Physically, I have been on a deep downward spiral. Some of this can be attributed to chemotherapy, for sure. I seem to have blessedly escaped most of what I had feared with chemo, but its effects have been certain. Before I began chemo, I was a vegan, and I will not equivocate on the fact that a vegan diet is established as that which is most likely to prevent and help heal breast cancer. When I asked my oncologist about diet, that was the first thing out of his mouth: there is some evidence that a diet free of animal products is effective in cancer prevention and treatment. But the next thing out of his mouth was, don’t worry about that during chemo. Just eat whatever you are able to eat.
And oddly enough, one of the first things I was unable to eat was most vegan foods. Things that had been the main staples of my diet suddenly made me gag. In my first chemo cycle (AC — adriamycin and cytoxan), I had trouble with a lot of foods. There seemed to be one thing that I’d latch onto and I’d eat that almost exclusively until that too made me gag, and then I’d latch onto something else. These were not vegan foods. There was boiled chicken and rice, well known for nausea abatement after all, then quesadillas, then tuna sandwiches on Beckmann’s Whole Wheat Bread. At one point, I became unable to drink coffee any longer. In the space of a week I threw two full Starbucks iced almond lattes in the garbage after just a couple of sips. At home I switched to tea. Now if you know me at all, you know that coffee has always been my “comfort food.” Such is the power of chemo!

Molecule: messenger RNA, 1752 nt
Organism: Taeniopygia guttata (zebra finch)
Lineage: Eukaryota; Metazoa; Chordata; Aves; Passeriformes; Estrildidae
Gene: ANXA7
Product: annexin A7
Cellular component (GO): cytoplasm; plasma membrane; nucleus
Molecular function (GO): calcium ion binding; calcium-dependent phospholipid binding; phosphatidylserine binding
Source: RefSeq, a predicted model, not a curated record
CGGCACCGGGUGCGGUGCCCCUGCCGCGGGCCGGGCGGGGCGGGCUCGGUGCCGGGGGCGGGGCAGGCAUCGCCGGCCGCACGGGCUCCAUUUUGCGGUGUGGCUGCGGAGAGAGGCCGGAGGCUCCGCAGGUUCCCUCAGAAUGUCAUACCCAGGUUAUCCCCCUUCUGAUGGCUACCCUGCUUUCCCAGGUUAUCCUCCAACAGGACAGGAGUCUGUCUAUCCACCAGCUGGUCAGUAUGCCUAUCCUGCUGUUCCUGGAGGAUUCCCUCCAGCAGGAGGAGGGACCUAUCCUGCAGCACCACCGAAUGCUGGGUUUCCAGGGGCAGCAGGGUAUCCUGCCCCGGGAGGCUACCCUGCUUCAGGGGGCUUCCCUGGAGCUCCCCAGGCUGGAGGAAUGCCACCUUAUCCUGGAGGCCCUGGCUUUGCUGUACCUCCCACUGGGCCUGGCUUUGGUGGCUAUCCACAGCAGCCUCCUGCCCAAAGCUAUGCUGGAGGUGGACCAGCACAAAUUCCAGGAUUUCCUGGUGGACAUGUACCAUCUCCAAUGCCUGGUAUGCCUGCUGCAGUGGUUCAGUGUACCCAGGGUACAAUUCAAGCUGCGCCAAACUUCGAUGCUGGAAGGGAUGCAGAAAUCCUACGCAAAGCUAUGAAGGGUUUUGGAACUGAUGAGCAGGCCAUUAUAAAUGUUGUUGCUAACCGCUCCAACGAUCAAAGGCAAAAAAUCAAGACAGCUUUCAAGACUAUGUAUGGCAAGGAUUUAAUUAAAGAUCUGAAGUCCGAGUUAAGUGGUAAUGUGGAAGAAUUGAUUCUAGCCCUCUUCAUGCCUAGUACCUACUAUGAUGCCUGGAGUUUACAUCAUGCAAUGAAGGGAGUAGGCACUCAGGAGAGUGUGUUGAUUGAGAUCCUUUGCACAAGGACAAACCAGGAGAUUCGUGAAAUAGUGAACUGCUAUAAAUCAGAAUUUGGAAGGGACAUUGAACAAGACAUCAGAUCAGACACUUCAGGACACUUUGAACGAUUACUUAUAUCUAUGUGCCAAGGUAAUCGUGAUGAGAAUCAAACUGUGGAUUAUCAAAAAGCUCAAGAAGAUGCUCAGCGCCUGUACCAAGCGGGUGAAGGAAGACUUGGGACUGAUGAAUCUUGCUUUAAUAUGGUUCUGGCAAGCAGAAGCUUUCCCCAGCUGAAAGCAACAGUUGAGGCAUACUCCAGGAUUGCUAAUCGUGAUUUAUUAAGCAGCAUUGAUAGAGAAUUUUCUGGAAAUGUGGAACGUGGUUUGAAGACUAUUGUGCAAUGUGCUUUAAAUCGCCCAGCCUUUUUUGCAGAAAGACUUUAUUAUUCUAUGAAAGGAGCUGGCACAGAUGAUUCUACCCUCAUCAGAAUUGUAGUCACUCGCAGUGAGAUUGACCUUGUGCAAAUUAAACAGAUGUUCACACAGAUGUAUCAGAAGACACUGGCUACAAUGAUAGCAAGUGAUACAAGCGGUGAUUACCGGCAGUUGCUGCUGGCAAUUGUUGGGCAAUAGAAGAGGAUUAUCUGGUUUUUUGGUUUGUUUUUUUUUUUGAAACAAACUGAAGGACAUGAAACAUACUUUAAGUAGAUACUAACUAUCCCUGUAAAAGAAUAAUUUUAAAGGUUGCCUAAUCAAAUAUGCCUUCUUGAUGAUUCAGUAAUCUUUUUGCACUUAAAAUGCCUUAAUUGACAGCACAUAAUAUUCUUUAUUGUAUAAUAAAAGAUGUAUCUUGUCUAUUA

Now, four infusions into my second chemo cycle, Taxol, I am feeling completely different. At this point I am ravenous. I am hungry all the time. I believe I am feeling the effects of the steroid, decadron, that I get with my infusions. Why I would feel it more now I don’t know. I got it in the first cycle, 10 mg by IV with the chemo infusion, then 8 mg a day for three days after. That came to 34 mg every two weeks. Now I only get it with infusion, but I with the Taxol I get infusions every week instead of every two weeks. That means I am getting a total of 20 mg of decadron every two weeks, which is a lot less total, but perhaps it doesn’t have a chance to clear my system as well? It has given me insomnia, and the heebie jeebies, and it has made me want to eat all the time. And I have slipped back into some really negative eating patterns of unhealthy foods in unhealthy quantities, and I even started drinking diet sodas again. It’s a vicious circle, I know. The bad foods and sodas only make you crave more bad foods, regardless of what made you start eating them in the first place.